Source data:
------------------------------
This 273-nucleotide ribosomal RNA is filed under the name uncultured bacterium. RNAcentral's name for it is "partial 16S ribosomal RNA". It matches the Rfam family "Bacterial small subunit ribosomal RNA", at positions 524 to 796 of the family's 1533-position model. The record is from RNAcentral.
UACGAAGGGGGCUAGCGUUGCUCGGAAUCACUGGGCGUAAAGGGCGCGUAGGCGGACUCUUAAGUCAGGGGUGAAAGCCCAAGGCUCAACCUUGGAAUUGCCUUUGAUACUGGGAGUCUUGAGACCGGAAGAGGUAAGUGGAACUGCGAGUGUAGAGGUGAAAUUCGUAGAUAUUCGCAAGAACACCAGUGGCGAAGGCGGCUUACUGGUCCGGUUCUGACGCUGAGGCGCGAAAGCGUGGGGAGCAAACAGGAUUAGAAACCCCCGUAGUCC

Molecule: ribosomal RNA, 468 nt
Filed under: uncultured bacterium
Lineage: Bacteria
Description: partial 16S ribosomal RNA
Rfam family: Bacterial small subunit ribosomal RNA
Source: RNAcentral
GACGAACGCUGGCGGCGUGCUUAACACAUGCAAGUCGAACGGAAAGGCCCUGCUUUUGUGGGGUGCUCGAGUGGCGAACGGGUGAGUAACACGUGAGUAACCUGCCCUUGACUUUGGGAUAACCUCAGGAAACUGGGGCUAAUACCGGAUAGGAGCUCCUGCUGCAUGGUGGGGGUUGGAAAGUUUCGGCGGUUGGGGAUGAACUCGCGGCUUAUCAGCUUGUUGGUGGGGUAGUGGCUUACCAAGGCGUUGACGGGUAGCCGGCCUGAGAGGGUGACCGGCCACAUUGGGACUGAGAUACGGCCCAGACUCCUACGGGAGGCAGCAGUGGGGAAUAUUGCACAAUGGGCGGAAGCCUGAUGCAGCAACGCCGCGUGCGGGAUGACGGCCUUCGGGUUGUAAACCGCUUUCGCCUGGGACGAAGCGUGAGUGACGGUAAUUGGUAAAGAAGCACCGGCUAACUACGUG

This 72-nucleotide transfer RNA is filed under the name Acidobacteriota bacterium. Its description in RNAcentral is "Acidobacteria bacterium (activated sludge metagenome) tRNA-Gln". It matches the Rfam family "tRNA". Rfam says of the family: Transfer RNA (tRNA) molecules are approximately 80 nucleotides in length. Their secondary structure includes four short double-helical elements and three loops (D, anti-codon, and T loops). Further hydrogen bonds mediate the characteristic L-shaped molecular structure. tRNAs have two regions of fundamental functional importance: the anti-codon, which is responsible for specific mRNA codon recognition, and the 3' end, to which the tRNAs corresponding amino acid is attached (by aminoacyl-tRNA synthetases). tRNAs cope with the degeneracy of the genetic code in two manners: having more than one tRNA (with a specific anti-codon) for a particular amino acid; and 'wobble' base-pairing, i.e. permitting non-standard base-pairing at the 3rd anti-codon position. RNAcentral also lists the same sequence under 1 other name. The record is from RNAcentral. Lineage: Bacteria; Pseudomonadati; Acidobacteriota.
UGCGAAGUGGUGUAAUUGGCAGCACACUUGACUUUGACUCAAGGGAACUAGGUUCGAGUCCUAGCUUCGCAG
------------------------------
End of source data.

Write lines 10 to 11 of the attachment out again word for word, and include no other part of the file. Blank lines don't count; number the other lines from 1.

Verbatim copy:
This 72-nucleotide transfer RNA is filed under the name Acidobacteriota bacterium. Its description in RNAcentral is "Acidobacteria bacterium (activated sludge metagenome) tRNA-Gln". It matches the Rfam family "tRNA". Rfam says of the family: Transfer RNA (tRNA) molecules are approximately 80 nucleotides in length. Their secondary structure includes four short double-helical elements and three loops (D, anti-codon, and T loops). Further hydrogen bonds mediate the characteristic L-shaped molecular structure. tRNAs have two regions of fundamental functional importance: the anti-codon, which is responsible for specific mRNA codon recognition, and the 3' end, to which the tRNAs corresponding amino acid is attached (by aminoacyl-tRNA synthetases). tRNAs cope with the degeneracy of the genetic code in two manners: having more than one tRNA (with a specific anti-codon) for a particular amino acid; and 'wobble' base-pairing, i.e. permitting non-standard base-pairing at the 3rd anti-codon position. RNAcentral also lists the same sequence under 1 other name. The record is from RNAcentral. Lineage: Bacteria; Pseudomonadati; Acidobacteriota.
UGCGAAGUGGUGUAAUUGGCAGCACACUUGACUUUGACUCAAGGGAACUAGGUUCGAGUCCUAGCUUCGCAG